United States District Court, W.D. Pennsylvania
CHARLES E. JOHNSON, Plaintiff,
ERIE COUNTY, et al., Defendants.
OPINION AND ORDER
SUSAN PARADISE BAXTER, Magistrate Judge.
A. Relevant Procedural and Factual History
On January 21, 2014, Plaintiff Charles E. Johnson, an inmate incarcerated at the Erie County Prison in Erie, Pennsylvania ("ECP"), filed a pro se civil rights complaint pursuant to 42 U.S.C. § 1983 against Defendants Erie County and WJET 24 News ("WJET") [ECF No. 6]. Plaintiff alleges that, while he was a pretrial detainee in the Erie County Prison on November 13, 2013, Defendant WJET erroneously displayed his picture when it reported the conviction and sentence of another individual named Charles Johnson. (ECF No. 6, Complaint, at Section IV.A, C). Plaintiff claims that this error deprived him of his Sixth Amendment right to a fair trial, and violated his rights under Article I, Section 9 of the Pennsylvania Constitution. ( Id., Section IV.C). As relief for his claims, Plaintiff seeks injunctive relief in the form of "a change of venue to Michigan" and "waived mandatory minimum, " as well as monetary damages. ( Id. at Section VI).
On March 26, 2014, Defendant Erie County filed a motion to dismiss [ECF No. 11], arguing, inter alia, that Plaintiff has failed to allege any factual basis to establish municipal liability under Monell v. Department of Social Services , 436 U.S. 658 (1978). On April 29, 2014, Defendant WJET filed a motion to dismiss complaint or, in the alternative, for summary judgment [ECF No. 21], arguing, inter alia, that Plaintiff's allegations fail to establish that Jet was acting under color of state law so as to subject it to liability under 42 U.S.C. § 1983. In addition, both Defendants argue that the Pennsylvania Constitution does not create a private cause of action for damages. Despite having been granted ample time to do so, Plaintiff has failed to file a response to either Defendant's motion. This matter is now ripe for consideration.
B. Standards of Review
1. Motion to Dismiss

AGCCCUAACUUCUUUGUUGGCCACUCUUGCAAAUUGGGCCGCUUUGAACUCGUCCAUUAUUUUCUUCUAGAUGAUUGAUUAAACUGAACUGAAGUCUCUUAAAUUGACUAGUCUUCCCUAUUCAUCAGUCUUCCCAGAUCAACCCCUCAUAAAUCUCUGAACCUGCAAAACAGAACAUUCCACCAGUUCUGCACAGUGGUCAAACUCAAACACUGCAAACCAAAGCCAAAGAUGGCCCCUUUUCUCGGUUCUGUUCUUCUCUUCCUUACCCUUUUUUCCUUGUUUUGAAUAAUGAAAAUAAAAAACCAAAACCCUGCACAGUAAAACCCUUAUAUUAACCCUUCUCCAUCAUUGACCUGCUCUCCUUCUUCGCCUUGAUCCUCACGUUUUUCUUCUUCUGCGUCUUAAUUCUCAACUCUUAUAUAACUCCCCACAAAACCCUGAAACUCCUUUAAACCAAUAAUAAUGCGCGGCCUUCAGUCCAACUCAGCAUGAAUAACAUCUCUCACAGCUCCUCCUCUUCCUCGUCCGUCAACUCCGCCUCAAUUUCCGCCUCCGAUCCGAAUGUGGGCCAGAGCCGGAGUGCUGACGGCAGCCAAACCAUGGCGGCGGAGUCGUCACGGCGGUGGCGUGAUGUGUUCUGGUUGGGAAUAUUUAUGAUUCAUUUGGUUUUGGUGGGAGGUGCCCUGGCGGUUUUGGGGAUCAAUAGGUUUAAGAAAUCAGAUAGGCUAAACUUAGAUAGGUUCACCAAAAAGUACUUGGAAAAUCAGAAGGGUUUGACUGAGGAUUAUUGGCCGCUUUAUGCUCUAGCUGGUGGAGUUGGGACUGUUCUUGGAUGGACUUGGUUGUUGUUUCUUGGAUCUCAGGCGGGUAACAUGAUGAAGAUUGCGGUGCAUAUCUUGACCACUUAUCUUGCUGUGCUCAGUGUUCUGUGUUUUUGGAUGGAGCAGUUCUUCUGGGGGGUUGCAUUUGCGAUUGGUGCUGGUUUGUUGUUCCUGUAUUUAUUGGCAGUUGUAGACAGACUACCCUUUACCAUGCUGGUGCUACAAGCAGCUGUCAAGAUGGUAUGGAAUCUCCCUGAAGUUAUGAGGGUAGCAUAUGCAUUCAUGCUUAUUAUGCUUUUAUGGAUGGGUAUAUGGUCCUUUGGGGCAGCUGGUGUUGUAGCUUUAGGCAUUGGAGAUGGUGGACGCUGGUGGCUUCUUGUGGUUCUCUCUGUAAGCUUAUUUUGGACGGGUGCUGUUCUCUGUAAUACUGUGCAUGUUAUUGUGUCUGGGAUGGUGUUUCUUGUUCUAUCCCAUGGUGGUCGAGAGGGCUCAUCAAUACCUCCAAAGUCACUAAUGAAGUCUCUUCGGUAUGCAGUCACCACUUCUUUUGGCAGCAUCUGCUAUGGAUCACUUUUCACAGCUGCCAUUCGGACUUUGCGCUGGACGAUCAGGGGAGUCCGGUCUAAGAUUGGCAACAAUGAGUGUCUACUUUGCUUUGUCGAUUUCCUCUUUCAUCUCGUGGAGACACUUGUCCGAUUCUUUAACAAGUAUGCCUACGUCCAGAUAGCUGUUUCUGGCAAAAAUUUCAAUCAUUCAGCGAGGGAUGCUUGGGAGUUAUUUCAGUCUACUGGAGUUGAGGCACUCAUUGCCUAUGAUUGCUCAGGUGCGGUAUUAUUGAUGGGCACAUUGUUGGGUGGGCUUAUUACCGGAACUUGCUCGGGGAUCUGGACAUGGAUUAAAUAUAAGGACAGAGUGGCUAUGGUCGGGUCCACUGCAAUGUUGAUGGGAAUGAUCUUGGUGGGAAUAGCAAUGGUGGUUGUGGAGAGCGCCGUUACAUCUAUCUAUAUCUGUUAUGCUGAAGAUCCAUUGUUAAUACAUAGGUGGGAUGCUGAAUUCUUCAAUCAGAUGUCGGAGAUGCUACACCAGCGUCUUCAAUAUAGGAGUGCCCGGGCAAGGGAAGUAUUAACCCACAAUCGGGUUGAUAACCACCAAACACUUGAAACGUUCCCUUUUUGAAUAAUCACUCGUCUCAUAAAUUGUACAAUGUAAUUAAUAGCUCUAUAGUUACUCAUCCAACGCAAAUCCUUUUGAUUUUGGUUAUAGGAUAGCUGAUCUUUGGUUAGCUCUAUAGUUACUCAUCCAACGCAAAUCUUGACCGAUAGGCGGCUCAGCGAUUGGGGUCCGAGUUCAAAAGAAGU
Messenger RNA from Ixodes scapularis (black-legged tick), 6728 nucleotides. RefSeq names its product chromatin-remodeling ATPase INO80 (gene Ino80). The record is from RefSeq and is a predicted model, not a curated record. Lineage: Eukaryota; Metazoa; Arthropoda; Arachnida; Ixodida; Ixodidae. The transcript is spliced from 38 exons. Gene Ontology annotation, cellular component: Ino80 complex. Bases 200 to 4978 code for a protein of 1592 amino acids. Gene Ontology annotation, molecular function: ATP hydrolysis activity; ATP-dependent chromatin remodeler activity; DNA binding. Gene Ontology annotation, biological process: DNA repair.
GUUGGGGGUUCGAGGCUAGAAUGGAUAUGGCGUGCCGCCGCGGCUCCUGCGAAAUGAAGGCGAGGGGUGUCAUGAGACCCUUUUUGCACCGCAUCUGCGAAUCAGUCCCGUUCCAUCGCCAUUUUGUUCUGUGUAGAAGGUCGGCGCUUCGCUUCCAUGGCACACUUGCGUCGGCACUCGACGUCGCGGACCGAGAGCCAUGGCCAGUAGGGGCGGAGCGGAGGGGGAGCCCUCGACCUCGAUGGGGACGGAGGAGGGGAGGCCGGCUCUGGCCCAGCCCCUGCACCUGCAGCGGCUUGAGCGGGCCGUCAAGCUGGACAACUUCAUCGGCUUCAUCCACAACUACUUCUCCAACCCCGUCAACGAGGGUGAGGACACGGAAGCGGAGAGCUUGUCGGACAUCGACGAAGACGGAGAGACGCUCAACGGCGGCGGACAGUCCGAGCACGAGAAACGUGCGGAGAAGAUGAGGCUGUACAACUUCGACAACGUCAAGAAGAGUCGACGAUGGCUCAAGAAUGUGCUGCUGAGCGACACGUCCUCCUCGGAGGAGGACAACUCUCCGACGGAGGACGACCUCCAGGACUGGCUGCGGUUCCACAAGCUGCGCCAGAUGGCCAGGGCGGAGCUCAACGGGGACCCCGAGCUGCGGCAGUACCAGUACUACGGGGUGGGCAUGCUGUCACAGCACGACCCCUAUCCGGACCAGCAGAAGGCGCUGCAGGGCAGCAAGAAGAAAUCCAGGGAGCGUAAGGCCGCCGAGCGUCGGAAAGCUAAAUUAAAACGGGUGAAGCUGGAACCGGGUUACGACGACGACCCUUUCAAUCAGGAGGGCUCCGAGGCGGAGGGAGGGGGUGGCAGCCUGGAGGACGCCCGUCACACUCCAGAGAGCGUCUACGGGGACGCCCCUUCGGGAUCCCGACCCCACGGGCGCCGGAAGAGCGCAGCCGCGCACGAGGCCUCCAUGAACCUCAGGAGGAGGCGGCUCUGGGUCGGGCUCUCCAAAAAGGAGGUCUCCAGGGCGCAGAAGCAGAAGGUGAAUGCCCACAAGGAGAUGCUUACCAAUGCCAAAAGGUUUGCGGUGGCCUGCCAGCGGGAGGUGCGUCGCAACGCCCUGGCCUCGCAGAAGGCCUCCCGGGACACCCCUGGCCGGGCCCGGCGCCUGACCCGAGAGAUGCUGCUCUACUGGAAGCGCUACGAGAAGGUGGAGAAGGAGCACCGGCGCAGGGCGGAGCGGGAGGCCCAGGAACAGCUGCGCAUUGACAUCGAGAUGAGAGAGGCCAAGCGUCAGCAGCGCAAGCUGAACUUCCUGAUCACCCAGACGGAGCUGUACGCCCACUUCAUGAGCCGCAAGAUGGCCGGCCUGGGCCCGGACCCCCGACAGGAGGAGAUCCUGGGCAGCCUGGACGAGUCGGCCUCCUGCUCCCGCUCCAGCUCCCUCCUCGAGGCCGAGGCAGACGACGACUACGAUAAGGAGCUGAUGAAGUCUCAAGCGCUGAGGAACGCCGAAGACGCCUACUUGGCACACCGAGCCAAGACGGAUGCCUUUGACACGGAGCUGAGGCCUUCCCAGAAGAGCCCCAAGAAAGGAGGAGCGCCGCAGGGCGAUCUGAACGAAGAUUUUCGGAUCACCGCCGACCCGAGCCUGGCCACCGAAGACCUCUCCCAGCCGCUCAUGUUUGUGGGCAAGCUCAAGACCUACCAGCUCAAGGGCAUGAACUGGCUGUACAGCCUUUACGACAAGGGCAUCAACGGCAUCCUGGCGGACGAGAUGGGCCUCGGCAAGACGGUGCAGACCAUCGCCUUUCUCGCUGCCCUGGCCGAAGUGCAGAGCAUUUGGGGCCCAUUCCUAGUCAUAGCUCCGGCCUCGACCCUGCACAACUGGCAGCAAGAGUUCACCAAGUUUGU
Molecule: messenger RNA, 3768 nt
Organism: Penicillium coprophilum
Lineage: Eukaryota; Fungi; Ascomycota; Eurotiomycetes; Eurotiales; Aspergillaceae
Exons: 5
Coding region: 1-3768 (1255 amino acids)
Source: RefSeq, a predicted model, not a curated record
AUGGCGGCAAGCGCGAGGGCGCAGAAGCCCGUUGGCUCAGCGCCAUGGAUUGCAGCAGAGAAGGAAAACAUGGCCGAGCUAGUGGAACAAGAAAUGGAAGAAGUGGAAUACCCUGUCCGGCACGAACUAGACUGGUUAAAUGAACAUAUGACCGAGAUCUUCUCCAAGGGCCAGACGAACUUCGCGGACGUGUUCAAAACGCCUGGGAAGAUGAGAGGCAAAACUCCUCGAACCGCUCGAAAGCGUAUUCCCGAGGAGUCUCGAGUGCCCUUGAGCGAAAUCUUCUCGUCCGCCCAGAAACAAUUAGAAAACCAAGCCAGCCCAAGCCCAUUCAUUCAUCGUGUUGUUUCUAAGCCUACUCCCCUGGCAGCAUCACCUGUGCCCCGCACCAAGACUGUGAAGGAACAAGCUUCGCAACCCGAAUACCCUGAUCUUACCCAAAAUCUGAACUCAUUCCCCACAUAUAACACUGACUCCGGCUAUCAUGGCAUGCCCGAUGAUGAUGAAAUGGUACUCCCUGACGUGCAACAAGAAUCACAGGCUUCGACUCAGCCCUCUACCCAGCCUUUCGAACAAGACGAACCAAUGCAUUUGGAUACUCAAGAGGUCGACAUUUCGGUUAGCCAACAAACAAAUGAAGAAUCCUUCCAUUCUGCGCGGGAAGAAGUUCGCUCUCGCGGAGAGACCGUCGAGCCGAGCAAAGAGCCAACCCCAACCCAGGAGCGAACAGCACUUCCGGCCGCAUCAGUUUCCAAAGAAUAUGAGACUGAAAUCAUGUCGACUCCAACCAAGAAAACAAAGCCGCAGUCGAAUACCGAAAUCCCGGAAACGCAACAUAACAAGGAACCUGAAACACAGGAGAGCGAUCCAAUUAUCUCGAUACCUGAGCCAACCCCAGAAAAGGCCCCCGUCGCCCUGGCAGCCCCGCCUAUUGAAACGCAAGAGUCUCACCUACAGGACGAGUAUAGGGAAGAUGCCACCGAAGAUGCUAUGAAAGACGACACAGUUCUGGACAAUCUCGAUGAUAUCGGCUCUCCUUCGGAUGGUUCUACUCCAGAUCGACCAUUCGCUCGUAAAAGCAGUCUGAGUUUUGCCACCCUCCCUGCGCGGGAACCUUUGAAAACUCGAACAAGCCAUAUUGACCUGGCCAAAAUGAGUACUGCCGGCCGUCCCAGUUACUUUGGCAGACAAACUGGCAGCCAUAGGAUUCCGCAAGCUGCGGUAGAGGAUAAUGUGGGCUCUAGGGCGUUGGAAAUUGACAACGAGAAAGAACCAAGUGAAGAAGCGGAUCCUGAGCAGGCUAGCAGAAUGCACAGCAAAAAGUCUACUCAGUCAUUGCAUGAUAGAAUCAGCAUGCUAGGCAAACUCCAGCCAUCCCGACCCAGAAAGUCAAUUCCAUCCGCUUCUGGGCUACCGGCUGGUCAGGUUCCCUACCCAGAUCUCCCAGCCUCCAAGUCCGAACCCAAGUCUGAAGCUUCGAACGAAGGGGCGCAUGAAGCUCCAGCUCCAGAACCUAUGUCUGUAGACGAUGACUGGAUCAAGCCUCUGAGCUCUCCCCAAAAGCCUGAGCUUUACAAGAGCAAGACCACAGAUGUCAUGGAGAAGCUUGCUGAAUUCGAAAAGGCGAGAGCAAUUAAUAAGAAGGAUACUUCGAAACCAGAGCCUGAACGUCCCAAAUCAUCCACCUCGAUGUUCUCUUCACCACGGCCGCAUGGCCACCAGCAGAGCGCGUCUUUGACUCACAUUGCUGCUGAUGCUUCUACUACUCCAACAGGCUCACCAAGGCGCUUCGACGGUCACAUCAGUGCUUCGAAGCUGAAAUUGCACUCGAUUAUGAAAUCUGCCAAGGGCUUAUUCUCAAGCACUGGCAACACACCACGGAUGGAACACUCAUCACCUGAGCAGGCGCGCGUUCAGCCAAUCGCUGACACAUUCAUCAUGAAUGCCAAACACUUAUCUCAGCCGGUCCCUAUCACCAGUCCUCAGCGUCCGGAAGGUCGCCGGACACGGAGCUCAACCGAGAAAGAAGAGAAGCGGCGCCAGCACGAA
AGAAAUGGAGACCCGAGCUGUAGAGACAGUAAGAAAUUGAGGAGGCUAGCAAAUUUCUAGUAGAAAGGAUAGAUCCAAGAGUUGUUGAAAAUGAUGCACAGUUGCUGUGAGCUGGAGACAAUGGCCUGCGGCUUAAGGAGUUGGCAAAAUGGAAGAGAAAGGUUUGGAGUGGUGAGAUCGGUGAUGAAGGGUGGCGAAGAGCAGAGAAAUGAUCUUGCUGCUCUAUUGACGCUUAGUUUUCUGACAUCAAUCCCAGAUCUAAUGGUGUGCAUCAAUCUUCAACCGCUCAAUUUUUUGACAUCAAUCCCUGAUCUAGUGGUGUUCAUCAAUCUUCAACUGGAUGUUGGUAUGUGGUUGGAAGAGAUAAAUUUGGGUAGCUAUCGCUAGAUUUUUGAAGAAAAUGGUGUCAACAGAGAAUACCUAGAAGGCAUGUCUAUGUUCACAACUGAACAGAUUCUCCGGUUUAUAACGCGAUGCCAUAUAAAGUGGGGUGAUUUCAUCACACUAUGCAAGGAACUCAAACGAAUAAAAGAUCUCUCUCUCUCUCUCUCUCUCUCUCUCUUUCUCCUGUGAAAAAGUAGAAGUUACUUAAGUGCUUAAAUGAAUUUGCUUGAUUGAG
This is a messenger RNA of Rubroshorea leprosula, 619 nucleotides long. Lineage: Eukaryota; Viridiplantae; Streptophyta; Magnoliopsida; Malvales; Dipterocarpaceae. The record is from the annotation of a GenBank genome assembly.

A motion to dismiss filed pursuant to Federal Rule of Civil Procedure 12(b)(6) must be viewed in the light most favorable to the plaintiff and all the well-pleaded allegations of the complaint must be accepted as true. Erickson v. Pardus , 551 U.S. 89, 93-94 (2007). A complaint must be dismissed pursuant to Rule 12(b)(6) if it does not allege "enough facts to state a claim to relief that is plausible on its face." Bell Atlantic Corp. v. Twombly , 550 U.S. 544, 570 (2007)(rejecting the traditional 12(b)(6) standard set forth in Conley v. Gibson , 355 U.S. 41 (1957)). See also Ashcroft v. Iqbal , 556 U.S. 662 (2009) (specifically applying Twombly analysis beyond the context of the Sherman Act).
The Court need not accept inferences drawn by plaintiff if they are unsupported by the facts as set forth in the complaint. See California Pub. Employee Ret. Sys. v. The Chubb Corp. , 394 F.3d 126, 143 (3d Cir. 2004) citing Morse v. Lower Merion School Dist. , 132 F.3d 902, 906 (3d Cir. 1997). Nor must the court accept legal conclusions set forth as factual allegations. Twombly , 550 U.S. at 555, citing Papasan v. Allain , 478 U.S. 265, 286 (1986). "Factual allegations must be enough to raise a right to relief above the speculative level." Twombly , 550 U.S. at 555. Although the United States Supreme Court does "not require heightened fact pleading of specifics, [the Court does require] enough facts to state a claim to relief that is plausible on its face." Id. at 570.
In other words, at the motion to dismiss stage, a plaintiff is "required to make a showing' rather than a blanket assertion of an entitlement to relief." Smith v. Sullivan , 2008 WL 482469, at *1 (D.Del. February 19, 2008) quoting Phillips v. County of Allegheny , 515 F.3d 224, 231 (3d Cir. 2008). "This does not impose a probability requirement at the pleading stage, ' but instead simply calls for enough facts to raise a reasonable expectation that discovery will reveal evidence of' the necessary element." Phillips , 515 F.3d at 234, quoting Twombly , 550 U.S. at 556.
The Third Circuit Court has prescribed the following three-step approach to determine the sufficiency of a complaint under Twombly and Iqbal:
First, the court must tak[e] note of the elements a plaintiff must plead to state a claim.' Second, the court should identify allegations that, because they are no more than conclusions, are not entitled to the assumption of truth.' Finally, where there are well-pleaded factual allegations, a court should assume their veracity and then determine whether they plausibly give rise to an entitlement for relief.'
Burtch v. Milberg Factors, Inc. , 662 F.3d 212, 221 (3d Cir. 2011), citing Santiago v. Warminster Twp. , 629 F.3d 121, 130 (3d Cir. 2010) (quoting Iqbal, 129 S.Ct. at 1947, 1950); see also Great Western Mining & Min. ...